George Orwell's Coming Up for Air
Adaptation of overlooked novel by born again Fringe virgin
This article is from 2008.
On the eve of its 70th anniversary, one of George Orwell’s lesser-known novels has been adapted as a one-hour monologue to be performed by veteran Fringe actor and stand-up comedian Hal Cruttenden. Set in England in 1938, Coming Up For Air dramatises the dark mood of the times – the growing dread of the imminent war in Europe, the alienating nature of modernity – through the story of a middle-aged insurance salesman named George Bowling, who, fearing for the future of the nation, abandons suburbia for the countryside of his youth, where he attempts to salvage something from his dashed hopes and dreams.
Orwell’s novel has been adapted by Dominic Cavendish, who makes his Fringe debut as a writer but who has been coming to Edinburgh every August for years as theatre and comedy critic for The Daily Telegraph. It was on the way back to London last year that Cavendish read the book, and, struck by its contemporary resonance, turned it into a monologue earlier this year for his friend Cruttenden.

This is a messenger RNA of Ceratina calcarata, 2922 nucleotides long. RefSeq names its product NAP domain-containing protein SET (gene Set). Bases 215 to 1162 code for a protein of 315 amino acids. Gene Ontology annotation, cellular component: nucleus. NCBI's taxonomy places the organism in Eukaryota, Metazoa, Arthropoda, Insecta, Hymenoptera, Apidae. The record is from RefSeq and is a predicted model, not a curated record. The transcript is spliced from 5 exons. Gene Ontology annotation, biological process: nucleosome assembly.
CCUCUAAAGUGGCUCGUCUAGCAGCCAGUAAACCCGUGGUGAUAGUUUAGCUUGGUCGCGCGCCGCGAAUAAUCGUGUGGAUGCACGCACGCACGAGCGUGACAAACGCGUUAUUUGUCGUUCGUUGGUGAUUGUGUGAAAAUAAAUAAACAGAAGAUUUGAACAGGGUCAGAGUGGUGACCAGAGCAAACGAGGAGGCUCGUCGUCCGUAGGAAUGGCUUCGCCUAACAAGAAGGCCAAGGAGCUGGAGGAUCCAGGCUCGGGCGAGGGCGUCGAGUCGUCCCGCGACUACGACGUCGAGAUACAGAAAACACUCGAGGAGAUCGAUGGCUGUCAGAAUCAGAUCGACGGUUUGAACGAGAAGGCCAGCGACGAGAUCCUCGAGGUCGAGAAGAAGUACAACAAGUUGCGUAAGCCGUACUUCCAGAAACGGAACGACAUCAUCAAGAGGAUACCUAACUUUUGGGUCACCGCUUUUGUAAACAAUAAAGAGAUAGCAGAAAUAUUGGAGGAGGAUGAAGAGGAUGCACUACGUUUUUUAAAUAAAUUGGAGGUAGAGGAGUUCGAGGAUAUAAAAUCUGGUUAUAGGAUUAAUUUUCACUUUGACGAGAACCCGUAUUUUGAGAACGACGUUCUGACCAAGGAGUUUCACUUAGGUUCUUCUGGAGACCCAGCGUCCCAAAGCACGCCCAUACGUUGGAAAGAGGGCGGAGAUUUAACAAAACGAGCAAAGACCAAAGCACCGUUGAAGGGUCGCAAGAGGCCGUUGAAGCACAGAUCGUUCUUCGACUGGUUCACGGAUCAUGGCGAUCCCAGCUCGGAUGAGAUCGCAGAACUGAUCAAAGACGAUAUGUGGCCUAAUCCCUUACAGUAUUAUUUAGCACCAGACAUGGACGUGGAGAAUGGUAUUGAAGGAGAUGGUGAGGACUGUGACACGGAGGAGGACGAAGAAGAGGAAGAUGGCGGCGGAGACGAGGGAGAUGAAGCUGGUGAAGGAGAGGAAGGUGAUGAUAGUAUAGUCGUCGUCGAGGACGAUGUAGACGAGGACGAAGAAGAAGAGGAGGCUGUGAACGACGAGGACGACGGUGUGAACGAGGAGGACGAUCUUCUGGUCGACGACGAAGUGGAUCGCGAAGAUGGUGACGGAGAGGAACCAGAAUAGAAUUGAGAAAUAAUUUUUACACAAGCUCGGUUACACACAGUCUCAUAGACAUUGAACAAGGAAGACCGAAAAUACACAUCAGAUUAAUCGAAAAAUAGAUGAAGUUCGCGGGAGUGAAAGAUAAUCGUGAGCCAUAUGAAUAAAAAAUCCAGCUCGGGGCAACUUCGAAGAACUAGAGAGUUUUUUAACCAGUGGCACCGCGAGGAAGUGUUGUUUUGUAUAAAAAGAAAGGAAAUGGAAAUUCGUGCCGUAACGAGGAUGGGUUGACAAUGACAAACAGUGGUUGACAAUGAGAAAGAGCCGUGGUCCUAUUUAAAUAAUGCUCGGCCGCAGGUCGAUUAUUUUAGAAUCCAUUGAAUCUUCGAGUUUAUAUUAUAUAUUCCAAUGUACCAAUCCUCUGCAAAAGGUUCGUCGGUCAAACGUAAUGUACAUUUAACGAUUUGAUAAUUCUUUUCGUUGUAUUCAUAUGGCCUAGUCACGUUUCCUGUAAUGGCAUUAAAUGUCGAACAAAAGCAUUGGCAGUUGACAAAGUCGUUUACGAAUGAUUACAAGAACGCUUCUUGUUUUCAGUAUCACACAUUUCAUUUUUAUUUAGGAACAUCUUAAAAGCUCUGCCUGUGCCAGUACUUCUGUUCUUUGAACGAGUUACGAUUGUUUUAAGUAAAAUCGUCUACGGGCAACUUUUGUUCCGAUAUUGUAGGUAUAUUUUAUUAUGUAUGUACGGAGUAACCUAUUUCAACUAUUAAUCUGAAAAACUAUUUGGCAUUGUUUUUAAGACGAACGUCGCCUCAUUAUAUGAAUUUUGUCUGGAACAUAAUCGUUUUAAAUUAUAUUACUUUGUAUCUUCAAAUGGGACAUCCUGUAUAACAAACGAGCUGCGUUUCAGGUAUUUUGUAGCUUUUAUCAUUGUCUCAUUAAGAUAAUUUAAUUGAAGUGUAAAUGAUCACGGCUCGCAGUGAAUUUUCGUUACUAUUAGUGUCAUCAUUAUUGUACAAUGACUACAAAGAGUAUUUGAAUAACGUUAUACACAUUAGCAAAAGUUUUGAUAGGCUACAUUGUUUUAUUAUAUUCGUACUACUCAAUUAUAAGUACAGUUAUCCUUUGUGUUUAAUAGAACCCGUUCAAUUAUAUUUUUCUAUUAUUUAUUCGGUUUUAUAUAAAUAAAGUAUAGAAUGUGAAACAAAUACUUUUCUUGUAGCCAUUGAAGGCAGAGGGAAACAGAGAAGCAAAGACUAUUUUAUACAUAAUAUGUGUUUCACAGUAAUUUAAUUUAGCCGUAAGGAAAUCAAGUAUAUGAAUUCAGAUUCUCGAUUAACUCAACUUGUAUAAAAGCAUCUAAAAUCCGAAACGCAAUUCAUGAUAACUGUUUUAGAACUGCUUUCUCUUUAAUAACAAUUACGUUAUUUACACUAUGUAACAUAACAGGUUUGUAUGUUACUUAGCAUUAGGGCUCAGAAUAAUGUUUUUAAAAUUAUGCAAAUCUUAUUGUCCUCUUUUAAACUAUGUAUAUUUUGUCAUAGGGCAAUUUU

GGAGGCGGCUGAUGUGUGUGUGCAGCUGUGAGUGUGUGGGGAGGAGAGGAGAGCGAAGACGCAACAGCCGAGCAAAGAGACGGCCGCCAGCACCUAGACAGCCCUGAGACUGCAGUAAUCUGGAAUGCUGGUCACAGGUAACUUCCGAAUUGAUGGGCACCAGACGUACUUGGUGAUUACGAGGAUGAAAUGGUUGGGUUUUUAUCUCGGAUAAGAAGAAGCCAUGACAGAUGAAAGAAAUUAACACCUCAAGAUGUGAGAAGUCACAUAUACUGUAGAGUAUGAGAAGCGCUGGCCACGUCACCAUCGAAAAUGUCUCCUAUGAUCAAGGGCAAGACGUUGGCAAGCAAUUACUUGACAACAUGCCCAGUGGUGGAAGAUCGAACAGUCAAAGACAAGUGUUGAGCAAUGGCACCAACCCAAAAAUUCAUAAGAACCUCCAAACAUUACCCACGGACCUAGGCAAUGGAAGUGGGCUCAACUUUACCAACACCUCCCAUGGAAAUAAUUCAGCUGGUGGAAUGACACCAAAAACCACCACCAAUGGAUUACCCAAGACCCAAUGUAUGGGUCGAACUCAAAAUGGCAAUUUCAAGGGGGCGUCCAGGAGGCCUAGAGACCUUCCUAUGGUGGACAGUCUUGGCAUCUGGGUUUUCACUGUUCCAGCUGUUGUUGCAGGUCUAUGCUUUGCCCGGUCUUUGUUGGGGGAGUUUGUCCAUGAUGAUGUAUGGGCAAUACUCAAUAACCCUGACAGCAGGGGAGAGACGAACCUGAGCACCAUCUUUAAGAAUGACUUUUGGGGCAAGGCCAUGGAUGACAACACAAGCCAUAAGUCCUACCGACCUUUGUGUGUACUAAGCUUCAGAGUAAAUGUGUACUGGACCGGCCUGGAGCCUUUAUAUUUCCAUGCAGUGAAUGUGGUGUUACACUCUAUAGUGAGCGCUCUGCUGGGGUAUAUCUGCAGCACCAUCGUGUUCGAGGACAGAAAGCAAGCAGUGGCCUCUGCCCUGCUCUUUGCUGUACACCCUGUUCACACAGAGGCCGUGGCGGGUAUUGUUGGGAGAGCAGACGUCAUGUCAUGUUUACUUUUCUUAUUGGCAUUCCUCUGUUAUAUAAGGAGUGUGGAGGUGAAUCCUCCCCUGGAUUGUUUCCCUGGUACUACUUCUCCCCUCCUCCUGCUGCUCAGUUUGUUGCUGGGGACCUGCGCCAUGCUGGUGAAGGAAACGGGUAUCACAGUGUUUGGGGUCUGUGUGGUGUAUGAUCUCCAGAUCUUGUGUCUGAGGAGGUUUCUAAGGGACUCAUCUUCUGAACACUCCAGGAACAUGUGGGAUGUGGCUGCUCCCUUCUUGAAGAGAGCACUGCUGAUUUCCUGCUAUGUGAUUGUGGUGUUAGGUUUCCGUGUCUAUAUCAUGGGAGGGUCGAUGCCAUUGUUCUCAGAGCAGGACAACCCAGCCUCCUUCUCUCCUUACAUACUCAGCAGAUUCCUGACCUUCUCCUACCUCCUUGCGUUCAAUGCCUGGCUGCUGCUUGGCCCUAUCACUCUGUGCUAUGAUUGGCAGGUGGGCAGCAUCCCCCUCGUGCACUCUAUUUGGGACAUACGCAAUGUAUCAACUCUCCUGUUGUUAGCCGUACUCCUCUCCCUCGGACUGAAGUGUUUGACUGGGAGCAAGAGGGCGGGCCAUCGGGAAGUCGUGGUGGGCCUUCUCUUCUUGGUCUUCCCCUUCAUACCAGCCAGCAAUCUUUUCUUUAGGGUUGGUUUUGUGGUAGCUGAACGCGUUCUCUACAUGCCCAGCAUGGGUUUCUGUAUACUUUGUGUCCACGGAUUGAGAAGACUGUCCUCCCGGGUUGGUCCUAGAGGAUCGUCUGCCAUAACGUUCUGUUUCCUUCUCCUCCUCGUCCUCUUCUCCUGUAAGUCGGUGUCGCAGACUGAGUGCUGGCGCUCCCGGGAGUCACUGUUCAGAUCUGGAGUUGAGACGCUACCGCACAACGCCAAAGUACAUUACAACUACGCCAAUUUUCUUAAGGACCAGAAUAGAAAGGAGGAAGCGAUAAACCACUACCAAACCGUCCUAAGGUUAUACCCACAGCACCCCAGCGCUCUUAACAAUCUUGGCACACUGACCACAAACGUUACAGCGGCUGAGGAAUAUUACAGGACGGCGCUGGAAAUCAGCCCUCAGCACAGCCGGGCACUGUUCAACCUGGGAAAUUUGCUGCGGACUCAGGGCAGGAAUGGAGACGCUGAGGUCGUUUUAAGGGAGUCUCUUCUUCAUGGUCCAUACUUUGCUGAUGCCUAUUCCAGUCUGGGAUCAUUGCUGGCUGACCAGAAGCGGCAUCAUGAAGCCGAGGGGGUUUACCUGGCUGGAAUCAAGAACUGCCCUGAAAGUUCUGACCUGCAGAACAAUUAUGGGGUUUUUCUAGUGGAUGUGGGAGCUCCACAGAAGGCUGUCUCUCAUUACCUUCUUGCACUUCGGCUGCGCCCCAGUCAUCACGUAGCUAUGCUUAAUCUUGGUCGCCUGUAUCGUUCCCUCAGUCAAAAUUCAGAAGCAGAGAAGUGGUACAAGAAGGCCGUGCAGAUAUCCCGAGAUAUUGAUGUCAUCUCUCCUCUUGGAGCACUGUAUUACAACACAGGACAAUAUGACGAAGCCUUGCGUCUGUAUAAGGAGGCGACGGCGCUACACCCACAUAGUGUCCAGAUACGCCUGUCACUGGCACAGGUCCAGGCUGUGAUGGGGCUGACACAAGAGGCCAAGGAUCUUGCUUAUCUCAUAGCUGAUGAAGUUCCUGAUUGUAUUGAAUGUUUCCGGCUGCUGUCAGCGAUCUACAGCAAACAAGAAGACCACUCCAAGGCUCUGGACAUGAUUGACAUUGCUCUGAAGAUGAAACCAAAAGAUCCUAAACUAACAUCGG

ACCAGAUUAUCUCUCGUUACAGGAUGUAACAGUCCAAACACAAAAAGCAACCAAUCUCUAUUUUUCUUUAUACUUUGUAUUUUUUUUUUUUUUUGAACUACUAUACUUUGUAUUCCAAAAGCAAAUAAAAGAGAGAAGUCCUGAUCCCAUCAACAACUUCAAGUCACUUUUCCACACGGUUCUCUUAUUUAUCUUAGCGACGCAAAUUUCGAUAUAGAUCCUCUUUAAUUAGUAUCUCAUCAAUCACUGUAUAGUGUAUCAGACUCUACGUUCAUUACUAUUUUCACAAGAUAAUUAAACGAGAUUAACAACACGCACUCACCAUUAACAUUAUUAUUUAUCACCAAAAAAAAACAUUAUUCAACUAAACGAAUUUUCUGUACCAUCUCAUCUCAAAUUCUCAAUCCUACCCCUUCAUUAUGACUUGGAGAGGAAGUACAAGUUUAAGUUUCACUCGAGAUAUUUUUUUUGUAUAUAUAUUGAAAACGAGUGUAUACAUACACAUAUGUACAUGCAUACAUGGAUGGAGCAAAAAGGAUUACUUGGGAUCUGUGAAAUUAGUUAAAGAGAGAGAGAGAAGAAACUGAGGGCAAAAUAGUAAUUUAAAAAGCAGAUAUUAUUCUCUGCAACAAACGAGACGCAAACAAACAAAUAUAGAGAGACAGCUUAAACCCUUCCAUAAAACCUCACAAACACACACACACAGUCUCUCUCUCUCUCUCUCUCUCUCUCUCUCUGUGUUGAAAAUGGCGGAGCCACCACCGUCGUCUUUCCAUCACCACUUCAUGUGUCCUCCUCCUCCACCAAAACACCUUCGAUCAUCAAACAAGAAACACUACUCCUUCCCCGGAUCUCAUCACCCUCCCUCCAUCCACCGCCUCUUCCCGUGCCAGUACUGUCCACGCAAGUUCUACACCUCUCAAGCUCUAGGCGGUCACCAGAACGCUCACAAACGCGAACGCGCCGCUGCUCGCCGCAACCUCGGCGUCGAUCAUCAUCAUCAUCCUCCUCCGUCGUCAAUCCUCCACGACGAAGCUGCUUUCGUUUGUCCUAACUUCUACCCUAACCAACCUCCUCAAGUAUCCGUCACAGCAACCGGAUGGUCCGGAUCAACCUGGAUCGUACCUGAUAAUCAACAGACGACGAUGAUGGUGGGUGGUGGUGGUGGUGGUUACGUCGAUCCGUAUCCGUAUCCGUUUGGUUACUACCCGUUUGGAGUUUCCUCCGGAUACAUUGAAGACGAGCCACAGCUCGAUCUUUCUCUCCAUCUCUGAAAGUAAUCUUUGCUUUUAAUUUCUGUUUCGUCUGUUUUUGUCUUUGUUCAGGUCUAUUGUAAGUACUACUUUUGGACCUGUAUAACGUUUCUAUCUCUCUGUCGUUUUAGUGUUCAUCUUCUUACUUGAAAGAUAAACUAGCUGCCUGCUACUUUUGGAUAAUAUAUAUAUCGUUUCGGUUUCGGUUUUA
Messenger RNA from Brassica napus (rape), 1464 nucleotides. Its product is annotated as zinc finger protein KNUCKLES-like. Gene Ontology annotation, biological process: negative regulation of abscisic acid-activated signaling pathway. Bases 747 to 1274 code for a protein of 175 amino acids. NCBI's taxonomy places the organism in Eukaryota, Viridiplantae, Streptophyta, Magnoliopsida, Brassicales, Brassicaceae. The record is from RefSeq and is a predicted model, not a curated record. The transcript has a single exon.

‘Orwell’s book has a peculiar pertinence,’ says Cavendish. ‘He was expressing a certain dread of the modern world, when society was in industrial overdrive. Today, with the war and the economic downturn, everything is going to pot. We have the urban sprawl and the Countryside Alliance. We have constant workloads to deal with. That’s a very noughties phenomenon. Orwell’s novel, which is an elegy for a vanishing England and a story of an early mid-life crisis, is very relevant to all of that. It speaks to anyone who is harried and overworked. So I thought now was the right time to bring it to the Fringe.’
In addition to selling his show to the punters, Cavendish will be undertaking his regular critical duties for the Telegraph. ‘For the first time in years I’m an Edinburgh virgin,’ he says. ‘People have said I must be mad.’
Assembly Rooms, 623 3030, 3–25 Aug (not 11), 11am, £11.50–£12.50 (£10.50–£11.50). Previews 1 & 2 Aug, £5.